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Last year, 155 people in our metropolitan area died of gun violence: There were two children who were three years old, a 73-year old man whose life was irrevocably altered many years ago when he was shot, dozens of teens and young adults, and many in the prime years of their lives. Some died by their own hands, some at the hands of others.

We at University Park Church of the Brethren and at Hyattsville Mennonite Church stand with the faith-based efforts of “Heeding God’s Call” –lamenting this loss of life, grieving with those left behind, and calling for change to prevent such tragedies in the future.

We acknowledge that none of us is immune to fierce impulses within or beyond us.

But behind the trigger stand arrayed forces of cultural violence. Recognizing that economic interests, fear, militarism, poverty, and racism are at play, we want not only to mourn the tragedy of gun violence, but to transform it.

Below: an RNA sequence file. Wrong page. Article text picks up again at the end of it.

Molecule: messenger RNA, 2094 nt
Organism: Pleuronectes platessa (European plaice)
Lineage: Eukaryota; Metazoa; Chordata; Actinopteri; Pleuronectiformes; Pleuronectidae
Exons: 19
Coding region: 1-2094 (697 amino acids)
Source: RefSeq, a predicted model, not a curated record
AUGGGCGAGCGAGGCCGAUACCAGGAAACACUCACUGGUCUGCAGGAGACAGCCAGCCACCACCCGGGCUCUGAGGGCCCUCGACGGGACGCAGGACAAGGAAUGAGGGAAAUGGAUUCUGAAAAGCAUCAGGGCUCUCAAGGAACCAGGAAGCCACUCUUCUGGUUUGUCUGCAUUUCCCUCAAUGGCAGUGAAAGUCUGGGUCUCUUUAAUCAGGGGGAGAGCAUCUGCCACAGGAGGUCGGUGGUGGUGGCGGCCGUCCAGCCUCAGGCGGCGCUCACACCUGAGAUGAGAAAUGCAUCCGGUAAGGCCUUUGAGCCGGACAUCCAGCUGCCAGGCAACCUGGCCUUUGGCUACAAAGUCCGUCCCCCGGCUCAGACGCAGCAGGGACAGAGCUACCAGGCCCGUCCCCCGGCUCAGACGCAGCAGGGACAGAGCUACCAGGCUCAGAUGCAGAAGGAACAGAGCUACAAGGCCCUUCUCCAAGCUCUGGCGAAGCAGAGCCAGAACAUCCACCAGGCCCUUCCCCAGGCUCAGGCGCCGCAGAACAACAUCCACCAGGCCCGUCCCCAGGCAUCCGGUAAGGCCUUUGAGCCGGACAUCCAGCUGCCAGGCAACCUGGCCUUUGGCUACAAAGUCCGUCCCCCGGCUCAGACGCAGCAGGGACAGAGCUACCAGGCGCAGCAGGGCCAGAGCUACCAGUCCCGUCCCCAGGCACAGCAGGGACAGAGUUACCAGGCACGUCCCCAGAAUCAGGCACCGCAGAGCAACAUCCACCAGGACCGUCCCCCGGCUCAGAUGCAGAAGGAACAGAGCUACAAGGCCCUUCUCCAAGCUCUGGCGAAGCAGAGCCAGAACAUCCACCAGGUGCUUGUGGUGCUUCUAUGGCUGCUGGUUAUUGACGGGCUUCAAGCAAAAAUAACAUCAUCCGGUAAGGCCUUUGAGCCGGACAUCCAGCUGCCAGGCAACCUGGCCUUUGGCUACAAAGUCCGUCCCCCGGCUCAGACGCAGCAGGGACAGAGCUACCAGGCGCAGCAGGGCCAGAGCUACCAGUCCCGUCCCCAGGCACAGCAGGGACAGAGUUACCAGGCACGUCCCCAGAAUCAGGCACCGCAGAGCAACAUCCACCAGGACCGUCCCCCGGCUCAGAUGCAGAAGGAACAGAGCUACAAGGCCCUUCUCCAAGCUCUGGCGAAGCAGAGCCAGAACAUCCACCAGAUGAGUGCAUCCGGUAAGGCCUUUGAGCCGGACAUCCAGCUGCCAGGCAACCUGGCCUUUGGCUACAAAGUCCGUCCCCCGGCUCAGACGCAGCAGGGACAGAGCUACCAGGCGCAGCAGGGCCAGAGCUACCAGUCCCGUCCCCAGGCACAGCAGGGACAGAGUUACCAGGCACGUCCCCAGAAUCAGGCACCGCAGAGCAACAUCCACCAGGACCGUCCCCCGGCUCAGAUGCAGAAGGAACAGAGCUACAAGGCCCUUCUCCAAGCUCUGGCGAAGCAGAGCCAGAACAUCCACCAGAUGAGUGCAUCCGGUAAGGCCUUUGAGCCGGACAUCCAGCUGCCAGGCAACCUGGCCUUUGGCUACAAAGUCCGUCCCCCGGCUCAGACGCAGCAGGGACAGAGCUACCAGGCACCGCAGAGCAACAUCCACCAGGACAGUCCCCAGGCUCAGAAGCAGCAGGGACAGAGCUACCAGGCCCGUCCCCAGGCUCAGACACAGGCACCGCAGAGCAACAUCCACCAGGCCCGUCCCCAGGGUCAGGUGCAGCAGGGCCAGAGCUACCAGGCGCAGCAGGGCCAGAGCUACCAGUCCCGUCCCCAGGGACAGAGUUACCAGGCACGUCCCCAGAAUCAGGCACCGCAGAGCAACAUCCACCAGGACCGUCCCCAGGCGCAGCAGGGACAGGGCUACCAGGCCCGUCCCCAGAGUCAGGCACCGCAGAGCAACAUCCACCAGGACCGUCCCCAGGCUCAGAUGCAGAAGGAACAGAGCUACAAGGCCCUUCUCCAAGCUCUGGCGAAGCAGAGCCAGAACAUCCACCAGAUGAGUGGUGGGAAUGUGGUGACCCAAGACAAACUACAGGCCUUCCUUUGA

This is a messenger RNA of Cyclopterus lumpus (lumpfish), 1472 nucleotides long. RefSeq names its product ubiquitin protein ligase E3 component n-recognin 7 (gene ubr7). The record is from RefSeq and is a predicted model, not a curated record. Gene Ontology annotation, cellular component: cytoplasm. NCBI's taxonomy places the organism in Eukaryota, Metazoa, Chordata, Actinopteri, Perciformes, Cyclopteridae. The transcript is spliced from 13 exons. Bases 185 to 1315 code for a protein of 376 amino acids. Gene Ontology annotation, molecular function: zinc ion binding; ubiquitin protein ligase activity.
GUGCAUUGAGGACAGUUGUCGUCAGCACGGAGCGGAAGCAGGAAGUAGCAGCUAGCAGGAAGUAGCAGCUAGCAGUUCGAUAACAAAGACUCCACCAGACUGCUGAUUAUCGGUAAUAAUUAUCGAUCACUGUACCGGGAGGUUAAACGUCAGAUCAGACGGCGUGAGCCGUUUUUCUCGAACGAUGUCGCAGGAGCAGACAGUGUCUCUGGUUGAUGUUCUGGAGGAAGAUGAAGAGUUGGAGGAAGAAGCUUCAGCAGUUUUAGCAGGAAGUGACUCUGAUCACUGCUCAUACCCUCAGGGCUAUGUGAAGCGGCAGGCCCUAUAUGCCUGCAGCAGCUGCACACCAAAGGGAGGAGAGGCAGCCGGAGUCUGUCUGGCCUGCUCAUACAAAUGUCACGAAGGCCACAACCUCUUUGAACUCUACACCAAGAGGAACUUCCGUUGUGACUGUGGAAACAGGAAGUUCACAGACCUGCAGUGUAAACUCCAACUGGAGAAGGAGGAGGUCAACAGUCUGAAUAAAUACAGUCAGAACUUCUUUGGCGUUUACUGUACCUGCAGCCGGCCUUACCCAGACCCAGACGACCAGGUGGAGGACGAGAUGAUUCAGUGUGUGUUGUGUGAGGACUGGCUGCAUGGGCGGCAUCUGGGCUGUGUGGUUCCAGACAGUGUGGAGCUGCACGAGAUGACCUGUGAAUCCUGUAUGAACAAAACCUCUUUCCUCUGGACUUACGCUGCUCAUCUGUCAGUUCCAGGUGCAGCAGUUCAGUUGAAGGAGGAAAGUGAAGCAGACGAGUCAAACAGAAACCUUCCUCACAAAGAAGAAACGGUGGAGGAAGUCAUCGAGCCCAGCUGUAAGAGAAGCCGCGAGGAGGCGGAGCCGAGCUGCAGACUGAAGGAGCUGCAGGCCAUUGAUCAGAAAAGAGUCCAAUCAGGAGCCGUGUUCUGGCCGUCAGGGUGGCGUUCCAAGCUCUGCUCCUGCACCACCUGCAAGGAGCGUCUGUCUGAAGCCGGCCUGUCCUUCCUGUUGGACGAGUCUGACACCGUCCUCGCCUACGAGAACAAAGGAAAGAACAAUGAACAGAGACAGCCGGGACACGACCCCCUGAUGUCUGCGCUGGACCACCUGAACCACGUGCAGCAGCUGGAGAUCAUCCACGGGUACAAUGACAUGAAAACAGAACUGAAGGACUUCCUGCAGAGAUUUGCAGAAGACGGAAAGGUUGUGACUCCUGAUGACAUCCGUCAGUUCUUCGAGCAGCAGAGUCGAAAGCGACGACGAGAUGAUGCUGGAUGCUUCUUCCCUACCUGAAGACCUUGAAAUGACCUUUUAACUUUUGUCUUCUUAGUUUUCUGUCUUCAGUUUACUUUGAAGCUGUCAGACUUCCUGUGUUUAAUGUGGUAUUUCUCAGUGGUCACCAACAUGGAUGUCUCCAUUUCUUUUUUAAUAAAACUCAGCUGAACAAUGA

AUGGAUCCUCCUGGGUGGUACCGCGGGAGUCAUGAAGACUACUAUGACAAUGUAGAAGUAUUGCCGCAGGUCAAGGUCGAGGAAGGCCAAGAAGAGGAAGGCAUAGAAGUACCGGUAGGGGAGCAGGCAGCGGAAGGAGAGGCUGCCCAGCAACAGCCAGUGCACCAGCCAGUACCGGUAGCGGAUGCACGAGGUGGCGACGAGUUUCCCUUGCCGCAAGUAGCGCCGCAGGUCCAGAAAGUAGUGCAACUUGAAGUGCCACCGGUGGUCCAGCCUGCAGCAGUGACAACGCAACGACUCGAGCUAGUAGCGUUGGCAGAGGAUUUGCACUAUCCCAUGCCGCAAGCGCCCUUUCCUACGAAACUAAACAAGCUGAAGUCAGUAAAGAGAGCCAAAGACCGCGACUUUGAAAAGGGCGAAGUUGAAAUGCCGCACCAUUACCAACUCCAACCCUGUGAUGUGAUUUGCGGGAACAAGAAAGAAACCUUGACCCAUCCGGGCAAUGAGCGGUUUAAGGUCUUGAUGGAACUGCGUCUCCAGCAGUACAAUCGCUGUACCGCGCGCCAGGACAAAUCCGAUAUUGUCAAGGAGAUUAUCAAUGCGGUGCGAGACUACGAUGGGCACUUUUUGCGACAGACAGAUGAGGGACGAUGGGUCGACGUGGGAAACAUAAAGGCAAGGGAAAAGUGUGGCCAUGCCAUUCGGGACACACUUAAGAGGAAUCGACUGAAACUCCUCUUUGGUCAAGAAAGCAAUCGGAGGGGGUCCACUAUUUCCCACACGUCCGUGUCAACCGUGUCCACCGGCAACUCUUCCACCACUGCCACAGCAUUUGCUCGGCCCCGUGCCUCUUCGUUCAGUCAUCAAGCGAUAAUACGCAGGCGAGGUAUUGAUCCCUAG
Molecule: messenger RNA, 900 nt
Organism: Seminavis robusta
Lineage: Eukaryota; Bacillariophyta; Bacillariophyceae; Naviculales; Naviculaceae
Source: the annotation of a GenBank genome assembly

The One who calls us to seek the welfare of the city in which we live is here among us. In this place and beyond, many are working to address causes of the crisis.

They tend to the vulnerable.

They advocate for just regulation and accountability.

They invite us to join in stepping forward to act.

Today, we light the peace lamp as a sign of our commitment to be a part of this diverse community of concern and deeds. Let its flame burn steadily.

IMG_5370A Prayer

God of love,

Light a flame of love in our hearts to you,

A flame of love in our families and friends,

A flame of love for our neighbors,

A flame of love for our enemies.